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How do we deal with stress when our lives are so busy? – House of Hormones part 3

By June 21, 2021August 2nd, 2021Hormone, Hormones, Stress

If you haven’t read the other parts to this blog series, click the link to find part 1 and part 2.

The first step is to take an inventory of all of the potential sources of “stress” in your life. 

Questions I’ll ask clients include some of the following:

  • Do you have chronic sinusitis which could be causing low grade chronic inflammation which stresses the body?
  • How are your relationships?
  • Do you eat junk food (blood sugar imbalances stress the body and cause release of stress hormones)?
  • Are you exposed to constant city noise, artificial light after dark or other environmental stressors that trigger the stress response?
  • What mood are you in most of the time?
  • What tasks in your daily life could you let go of in order to create more time and less stress for yourself? 
  • Do you enjoy your job?
  • What are you carrying around emotionally that you may need to let go of?
  • Have you recently experienced a traumatic event (we all have)? etc.

This area of inquiry is a fantastic opportunity to bring awareness to your daily life.

Address the STRESS

The next step is to address the stress response and support a body under stress. This will be highly personalised and may include treatments to balance the immune system, address chronic infections, clean up your environment, psychological and emotional integration work (such as mind body integration) and balancing the nervous system and what’s known as vagal tone.

My protocols for addressing stress often also include supportive nutrients, botanical medicine, injectable therapies, mindfulness practices, adequate sleep and physical activity, reducing light at night and background noise, a diet that balances your blood sugar and time in nature.

Nutrients that are invaluable in times of stress include some of the following:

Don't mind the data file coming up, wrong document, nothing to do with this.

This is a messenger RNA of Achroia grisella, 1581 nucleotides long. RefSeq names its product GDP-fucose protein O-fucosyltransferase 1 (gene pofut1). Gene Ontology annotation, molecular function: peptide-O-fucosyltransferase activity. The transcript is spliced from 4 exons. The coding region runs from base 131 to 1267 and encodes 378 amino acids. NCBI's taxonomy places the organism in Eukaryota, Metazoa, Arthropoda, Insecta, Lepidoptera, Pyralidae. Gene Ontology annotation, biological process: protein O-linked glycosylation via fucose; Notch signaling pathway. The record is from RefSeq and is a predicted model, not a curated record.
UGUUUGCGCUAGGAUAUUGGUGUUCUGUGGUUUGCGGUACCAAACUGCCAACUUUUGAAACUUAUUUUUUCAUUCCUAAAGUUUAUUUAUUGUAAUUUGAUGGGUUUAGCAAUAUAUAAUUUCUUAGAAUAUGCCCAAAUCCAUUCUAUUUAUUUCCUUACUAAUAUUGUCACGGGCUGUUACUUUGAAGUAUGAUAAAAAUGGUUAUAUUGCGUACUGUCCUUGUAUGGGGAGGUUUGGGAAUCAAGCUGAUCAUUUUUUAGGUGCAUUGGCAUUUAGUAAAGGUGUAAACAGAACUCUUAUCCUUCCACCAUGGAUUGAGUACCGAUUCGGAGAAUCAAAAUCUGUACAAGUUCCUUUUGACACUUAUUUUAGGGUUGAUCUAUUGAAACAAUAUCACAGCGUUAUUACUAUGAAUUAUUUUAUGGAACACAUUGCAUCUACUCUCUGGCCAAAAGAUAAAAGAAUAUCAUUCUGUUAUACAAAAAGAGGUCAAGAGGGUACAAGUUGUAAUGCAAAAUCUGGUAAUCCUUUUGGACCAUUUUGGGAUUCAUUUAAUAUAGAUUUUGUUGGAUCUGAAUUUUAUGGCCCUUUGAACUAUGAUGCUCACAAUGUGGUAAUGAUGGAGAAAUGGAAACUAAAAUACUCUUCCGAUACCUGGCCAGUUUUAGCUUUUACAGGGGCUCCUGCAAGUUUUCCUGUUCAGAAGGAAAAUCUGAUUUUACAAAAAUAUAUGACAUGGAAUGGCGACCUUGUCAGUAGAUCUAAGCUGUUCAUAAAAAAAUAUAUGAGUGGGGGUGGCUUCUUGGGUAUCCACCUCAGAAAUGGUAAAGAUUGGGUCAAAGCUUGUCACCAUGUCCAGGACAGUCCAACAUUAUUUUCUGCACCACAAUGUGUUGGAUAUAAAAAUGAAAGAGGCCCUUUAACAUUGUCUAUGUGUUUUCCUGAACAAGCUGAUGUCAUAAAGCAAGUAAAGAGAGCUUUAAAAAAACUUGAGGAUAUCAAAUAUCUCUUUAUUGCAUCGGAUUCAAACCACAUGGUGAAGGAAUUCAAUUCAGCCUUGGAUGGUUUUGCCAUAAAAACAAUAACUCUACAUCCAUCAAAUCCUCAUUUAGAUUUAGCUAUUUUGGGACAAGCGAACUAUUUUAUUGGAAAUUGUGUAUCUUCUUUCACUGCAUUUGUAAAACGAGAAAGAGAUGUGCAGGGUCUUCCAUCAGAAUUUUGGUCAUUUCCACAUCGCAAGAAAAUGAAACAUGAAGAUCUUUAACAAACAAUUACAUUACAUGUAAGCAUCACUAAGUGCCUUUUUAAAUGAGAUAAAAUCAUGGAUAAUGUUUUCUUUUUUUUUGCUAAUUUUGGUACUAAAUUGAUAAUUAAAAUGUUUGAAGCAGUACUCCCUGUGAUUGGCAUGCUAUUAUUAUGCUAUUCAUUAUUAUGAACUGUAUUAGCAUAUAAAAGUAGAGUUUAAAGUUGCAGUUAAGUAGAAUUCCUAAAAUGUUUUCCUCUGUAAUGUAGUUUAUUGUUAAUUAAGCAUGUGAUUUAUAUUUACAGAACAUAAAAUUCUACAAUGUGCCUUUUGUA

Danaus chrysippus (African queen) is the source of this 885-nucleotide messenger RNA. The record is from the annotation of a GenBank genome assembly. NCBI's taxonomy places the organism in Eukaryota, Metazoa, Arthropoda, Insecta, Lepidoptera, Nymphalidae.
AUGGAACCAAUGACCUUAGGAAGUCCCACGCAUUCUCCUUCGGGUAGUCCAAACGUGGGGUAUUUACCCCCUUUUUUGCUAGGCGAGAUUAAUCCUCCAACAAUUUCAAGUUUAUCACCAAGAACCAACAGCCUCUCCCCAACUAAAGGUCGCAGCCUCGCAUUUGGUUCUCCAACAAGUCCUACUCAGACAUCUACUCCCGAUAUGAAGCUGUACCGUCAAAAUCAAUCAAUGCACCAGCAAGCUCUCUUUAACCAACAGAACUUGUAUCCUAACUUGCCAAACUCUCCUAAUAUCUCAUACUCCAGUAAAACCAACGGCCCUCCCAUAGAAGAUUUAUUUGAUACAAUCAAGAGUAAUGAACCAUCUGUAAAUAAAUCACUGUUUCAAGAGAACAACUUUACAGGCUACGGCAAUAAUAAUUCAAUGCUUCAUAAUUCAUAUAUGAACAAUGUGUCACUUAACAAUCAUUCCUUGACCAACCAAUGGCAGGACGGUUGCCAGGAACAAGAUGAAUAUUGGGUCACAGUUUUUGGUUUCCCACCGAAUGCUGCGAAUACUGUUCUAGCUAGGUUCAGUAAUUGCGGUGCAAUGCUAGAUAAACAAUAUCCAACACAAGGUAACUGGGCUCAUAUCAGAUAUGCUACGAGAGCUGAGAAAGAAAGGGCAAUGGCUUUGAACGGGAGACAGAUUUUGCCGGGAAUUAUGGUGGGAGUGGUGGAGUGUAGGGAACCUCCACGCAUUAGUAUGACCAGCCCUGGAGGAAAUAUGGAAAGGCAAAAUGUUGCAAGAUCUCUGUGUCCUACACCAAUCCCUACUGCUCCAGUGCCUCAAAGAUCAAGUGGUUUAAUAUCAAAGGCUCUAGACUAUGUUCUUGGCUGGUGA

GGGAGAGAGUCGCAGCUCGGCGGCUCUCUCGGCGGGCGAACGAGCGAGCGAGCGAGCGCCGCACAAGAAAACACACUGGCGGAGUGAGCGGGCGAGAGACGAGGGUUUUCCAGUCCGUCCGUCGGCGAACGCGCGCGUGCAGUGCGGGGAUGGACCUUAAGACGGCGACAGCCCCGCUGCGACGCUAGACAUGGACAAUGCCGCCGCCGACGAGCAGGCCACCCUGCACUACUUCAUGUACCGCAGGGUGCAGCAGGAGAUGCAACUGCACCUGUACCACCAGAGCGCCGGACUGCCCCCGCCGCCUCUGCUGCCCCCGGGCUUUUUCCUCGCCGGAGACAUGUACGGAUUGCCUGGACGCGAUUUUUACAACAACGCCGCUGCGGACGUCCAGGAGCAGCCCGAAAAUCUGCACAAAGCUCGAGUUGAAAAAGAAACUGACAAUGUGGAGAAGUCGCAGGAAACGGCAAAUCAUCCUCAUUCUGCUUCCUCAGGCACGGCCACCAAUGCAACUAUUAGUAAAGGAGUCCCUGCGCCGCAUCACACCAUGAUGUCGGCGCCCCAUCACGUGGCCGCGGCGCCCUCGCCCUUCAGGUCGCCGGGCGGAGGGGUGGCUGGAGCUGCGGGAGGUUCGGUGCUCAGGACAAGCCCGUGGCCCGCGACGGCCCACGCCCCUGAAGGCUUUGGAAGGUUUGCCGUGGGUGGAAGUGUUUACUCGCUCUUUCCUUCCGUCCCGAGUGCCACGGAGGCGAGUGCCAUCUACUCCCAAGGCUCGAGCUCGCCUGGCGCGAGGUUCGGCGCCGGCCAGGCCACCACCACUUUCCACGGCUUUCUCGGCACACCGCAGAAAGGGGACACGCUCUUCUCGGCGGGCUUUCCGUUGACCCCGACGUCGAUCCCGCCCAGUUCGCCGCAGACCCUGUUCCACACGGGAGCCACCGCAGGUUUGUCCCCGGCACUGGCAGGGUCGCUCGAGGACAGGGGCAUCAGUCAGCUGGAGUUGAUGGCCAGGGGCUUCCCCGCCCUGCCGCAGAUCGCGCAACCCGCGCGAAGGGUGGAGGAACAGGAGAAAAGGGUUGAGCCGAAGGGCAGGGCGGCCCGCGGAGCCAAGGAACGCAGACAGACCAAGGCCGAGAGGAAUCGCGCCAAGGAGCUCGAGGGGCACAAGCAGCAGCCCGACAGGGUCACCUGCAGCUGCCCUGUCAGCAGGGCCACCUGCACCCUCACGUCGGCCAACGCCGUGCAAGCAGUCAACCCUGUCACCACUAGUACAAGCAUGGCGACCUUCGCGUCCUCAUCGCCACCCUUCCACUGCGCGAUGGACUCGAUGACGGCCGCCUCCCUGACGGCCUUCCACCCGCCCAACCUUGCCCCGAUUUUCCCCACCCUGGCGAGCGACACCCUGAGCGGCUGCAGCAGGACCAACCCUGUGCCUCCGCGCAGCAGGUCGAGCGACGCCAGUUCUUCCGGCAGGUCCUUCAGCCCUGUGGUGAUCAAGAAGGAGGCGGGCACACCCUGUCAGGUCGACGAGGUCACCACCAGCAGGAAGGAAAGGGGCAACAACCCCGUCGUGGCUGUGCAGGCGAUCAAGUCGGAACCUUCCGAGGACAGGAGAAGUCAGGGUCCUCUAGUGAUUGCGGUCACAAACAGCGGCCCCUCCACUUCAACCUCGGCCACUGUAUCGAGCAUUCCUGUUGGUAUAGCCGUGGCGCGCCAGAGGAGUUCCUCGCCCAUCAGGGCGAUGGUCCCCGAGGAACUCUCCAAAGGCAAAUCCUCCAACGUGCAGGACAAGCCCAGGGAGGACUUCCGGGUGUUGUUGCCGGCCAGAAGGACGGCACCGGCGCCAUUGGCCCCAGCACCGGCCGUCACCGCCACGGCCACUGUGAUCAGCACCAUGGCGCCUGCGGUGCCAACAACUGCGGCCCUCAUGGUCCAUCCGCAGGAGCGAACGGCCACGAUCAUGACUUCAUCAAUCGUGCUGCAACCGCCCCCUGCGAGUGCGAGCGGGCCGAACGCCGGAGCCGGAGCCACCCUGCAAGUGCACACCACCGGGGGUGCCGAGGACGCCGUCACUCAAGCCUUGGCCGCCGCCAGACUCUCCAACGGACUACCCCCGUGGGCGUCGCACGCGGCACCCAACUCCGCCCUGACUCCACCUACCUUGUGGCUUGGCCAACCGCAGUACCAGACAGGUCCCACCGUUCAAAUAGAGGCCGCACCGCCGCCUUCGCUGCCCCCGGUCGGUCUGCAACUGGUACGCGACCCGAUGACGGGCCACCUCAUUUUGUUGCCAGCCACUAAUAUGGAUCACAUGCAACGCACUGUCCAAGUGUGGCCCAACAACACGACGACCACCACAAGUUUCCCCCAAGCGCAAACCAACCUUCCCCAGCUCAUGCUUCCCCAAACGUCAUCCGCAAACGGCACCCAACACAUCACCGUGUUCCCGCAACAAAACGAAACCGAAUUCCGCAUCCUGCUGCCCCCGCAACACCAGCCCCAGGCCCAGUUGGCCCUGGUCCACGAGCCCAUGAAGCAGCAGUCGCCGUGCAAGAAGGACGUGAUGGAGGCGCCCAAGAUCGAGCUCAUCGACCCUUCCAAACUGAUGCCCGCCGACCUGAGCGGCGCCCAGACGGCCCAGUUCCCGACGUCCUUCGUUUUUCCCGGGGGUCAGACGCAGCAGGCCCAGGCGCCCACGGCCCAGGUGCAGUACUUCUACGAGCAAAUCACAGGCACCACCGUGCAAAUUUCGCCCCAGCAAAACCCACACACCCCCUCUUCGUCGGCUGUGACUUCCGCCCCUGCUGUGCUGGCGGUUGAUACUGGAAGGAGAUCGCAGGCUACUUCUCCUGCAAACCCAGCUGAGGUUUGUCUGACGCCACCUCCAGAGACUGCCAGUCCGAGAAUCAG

1. Active B complex vitamins
  2. Minerals especially magnesium
  3. Adaptogenic herbs and botanical extracts
  4. Adrenal glandular extracts
  5. Immune supportive and inflammation reducing nutrients such as
    1. Sulforaphane
    2. Resveratrol
    3. Curcumin
  6. Agents that support blood sugar
    1. Berberine
    2. ACV
    3. Cinnamon
    4. Chromium and zinc

In terms of nutrients, we only prescribe high quality evidence-based supplements made in pharmaceutical grade laboratories. The form, quality and dose of nutrients and botanical medicines makes a huge difference to how well they will work. For instance, I’ll often prescribe an activated/methylated B complex vitamin to address the nutrients we lose through our urine when we are under stress.  B complex vitamins found in supermarkets and pharmacies are often ⅓ of the price, but it’s because they are derived from coal tar and need to be metabolised to useable forms in the body. A body under stress or with certain genetic differences may not be able to make the conversion and though you spent ⅓ of the price; you derived very little value to your health. OTC supermarket etc brands are also often rife with fillers, binders and additives and often are supplied at laughably small dosages. I grew up with a family health food/supplement store business, so I quickly learnt the difference. 

In my next blog we will discuss the further impacts of inflammation and the stress connection on our mood and gut function and how this can further upset your hormone imbalances!

DR VANESSA INGRAHAM (ND, FAARM ABAAHP, NZNMA)

NATUROPATHIC DOCTOR | WELLBEING AND HORMONE SPECIALIST

Find out more about Vanessa here

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